11/1, 7 PM pianist Domenika Robe & violinist Simon Popovski play works by Franck, Kreisler, Ravel and Manuel Ponce at Gallery MC

11/1, 7 PM pianist Daniel Tendler and a chamber ensemble plays works by American composers Benjamin Lees, Margaret Mills, Charles Ives, Meredith Monk, Cheri Lee and others at Third St Music School Setttlement, free

11/1, 7:30/9:30 PM Erica Seguine conducts saxophonist Remy LeBoeuf’s big band Asssembly of Shadows playing the album release show for their new concept album – sort of the jazz equivalent of Stephen king’s The Girl Who Loved Tom Gordon – at the Jazz Galley, $20

11/1, 9 PM hauntingly noisy/ambient cellist Leila Bordreuil with Sonic Youth’s Lee Ranaldo debuting an improvised duet, then joined by sound artist Stephan Moore at Issue Project Room, $15/$12 stud/srs

11/1, 8 PM the Sarah Weaver Ensemble with a phenomenal lineup including jane Ira Bloom on soprano sax, Min Xiao-Fen on pipa and Ned Rothenberg on reeds play the album releasr show for their lavlishly improvisational new one at the DiMenna Center,$20,$15 stud

11/1, busker legends the Xylopholks in their furry suits followed by the irrepressible, erudite, deviously funny Wade Ripka’s horn band Quatre Vingt Neuf (French for 89, a revolutionary date in case you missed it) playing Little Rascals theme music at Barbes

11/1-2, 8 PM avant violin star Pauline Kim Harris of String Noise at Happy Lucky No. 1 Gallery, $20

11/1, 9 PM dark lyrical soul jamband the Woes at Sunny’s

11/1, 10 PM Hollywood’s Dan Finnerty leads his savagely hilarious top 40 parody group the Dan Band at Joe’s Pub,, $25

11/1. 10:30 PM tuneful oldschool soul/jazz trombonist Dave Gibson leads a nonet at the Fat Cat

11/1-2, 10:30PM hard-hitting postbop tenor saxophonist Ralph Bowen leads his quartet at Smalls

11/2, 4 PM cinematic, psychedelic quirk-pop keyboardist Michael Hearst presents “Curious, Unusual and Extraordinary” songs from his many bands followed at 8  by pyrotechnic singer Kamala Sankaram’s slinky, surfy, cinematic cumbia/Bollywood band Bombay Rickey and at 10 by epic ranchera/bolero brass crew Banda de los Muertos at Barbes

11/2, 4 PM pianist Per Tengstrand plays Bach’s Goldberg Variations at Scandinavia house, $25

11/2, 7 PM the Adelphi Orchestra play works by Borodin, Prokofiev and Dvorak at Good Faith-Sheperd Church,152 West 66th St, $30

11/2, 7:30 PM Elliott Smith-esque chamber-pop band the Morning Sea play the album release show for their new one at the basement room at the Rockwood, $12. At 9 PM ubiquitous, moodily lyrical, politically savvy Irish folk-rocker Niall Connolly is at the small room and edgy, uneasy female-fronted retro new wavers the New Tarot play next door at the big room an hour later for $10. If you can’t get enough of the Rockwood,  haunting flamenco/Sicilian folk chanteuse Julia Patinella. is at the basement room at 10 for separate adm $tba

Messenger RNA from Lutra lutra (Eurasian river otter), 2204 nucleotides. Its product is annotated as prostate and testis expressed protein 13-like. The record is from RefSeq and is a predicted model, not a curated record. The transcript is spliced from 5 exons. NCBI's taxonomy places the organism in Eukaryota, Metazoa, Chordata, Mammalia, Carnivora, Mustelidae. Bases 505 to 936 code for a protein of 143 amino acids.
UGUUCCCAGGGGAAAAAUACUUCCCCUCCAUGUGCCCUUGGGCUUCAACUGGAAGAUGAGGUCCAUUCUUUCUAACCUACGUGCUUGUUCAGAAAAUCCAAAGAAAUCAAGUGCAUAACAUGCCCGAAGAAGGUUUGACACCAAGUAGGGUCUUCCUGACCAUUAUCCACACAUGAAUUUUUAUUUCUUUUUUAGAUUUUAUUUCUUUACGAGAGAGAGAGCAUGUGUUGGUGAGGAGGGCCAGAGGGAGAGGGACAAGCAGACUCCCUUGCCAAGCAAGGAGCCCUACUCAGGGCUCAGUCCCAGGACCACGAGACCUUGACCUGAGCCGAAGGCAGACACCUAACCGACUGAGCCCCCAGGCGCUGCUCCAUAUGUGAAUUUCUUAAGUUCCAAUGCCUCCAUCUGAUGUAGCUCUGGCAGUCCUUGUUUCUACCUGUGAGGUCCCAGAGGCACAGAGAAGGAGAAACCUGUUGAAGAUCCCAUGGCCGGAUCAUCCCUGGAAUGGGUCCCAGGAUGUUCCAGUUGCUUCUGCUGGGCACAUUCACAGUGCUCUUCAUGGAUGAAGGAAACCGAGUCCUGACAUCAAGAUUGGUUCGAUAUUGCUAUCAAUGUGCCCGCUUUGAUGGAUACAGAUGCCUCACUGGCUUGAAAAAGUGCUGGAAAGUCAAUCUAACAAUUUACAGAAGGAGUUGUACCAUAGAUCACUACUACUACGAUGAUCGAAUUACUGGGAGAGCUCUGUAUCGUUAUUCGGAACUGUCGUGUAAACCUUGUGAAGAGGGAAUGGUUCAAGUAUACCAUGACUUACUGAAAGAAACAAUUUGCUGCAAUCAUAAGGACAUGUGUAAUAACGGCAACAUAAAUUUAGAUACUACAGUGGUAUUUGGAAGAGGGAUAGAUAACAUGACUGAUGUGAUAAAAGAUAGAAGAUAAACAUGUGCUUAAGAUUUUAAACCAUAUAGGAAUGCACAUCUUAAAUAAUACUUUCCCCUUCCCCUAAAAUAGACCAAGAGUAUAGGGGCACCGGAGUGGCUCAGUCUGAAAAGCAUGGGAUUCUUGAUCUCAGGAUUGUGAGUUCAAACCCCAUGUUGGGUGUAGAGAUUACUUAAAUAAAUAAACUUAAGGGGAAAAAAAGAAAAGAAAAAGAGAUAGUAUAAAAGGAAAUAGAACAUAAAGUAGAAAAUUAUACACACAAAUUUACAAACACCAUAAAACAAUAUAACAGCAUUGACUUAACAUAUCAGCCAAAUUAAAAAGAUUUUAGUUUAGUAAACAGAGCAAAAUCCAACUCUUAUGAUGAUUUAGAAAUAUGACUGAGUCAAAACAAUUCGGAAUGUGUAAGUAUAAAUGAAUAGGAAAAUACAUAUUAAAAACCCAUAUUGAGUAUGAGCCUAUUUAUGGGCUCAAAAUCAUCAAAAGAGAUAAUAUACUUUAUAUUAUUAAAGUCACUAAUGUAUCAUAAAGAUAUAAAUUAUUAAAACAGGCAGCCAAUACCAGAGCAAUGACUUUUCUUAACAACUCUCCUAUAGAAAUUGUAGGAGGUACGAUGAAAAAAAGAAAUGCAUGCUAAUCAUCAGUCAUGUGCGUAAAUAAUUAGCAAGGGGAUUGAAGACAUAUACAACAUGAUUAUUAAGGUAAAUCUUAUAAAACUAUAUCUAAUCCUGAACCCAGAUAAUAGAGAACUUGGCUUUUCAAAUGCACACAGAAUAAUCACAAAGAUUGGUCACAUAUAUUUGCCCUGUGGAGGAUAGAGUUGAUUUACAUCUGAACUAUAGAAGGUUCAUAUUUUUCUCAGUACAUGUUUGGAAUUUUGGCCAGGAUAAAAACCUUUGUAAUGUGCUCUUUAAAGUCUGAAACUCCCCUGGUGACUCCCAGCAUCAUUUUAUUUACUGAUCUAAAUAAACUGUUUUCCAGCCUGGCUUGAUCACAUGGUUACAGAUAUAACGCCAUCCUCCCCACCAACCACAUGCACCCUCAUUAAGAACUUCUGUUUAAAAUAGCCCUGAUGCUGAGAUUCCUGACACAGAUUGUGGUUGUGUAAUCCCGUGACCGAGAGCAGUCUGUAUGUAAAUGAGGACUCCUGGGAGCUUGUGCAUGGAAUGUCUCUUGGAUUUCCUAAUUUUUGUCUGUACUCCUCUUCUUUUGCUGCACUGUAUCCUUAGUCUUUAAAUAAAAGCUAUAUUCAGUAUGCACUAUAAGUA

11/2, 7:30 PM latin soul guitarslingerDamian Quinones and his electric power trio at Silvana followed eventually at 10 by Argentinian dub reggae band Sessiones. 11/13 at 9 PM Quinones is at Bar Chord

11/2, 7:30 PM carnatic singer Namami Karmakar and ensemble at the Chhandayan Center For Indian Music, $20

11/2, 8 PM trippy, dubby roots reggae and ska sounds with Avo & Skalopy at the Jalopy Tavern

11/2, 8:30 PM allstar violinis Jenny Scheinman and drummer Allison Miller’s Parlour Game trio with formidable pianist Carmen Staaf at Birdland, $30 seats avail

11/2, 9 PM Greg Lewis’ brilliant, fearlessly political Organ Monk Trio – who do a lot more than just B3 reinventions of Thelonoius Monk – at Bar Lunatico. He’s also there for brunch at 1 PM on 11/10 and 11/24

11/2, 9 PM pastoral guitarist duo Charlie Rauh & Cameron Mizell at Bar Thalia adjacent to Symphony Spae

11/2, 9:30 PM comedic, legenday SoCal first-wave punks the Dickies  at Coney Island Baby, $20. Smallest venue they’ve ever played in NYC, maybe ever, anywhere

11/2, 10 PM ten-piece country/carnivalesque/acoustic rock powerhouse M Shanghai String Band at the Jalopy, $!0

11/2, midnight ferocious mariachi violinist Mireya Ramos leads her band playing a Day of the Dead celebration at Joe’s Pub, $20 av tix rec

11/3, 1 PM low-key deep-Brooklyn sounds with Naomi Shelton & the Gospel Queens playing a gospel brunch show at Bar Lunatico. They’re also here on 11/17

11/3, 3 PM the NJ Symphony Orchestra play the Grieg Piano Concerto wit pianist Juho Pohjonen plus Brahms Symphony No 2 at NJPAC in Newark, $20 tix avail

11/3, 3 PM haunting, politically fearless, soaring Great Plains Gothic/psychedelic songwriter Rose Thomas Bannister at Bill’s Studio, 100 Observer Hwy in Hoboken, free

11/3, 4 PM fiery, deviously fun oldtimey swing guitarist/crooner Seth Kessel & the Two Cent Band followed eventually at 9 PM b y intense noir Americana/honkytonk bandleader Karen Jonas at Skinny Dennis /

11/3, 4 PM a rare performance of subversive mid-20th century Zimbabwean chimurenga protest songs with Tanyaradzwa A. Tawengwa and ensemble, plus readings from Zimbabwean novels at the Dreck Center at the Brooklyn Public Library, free, no under-sixes.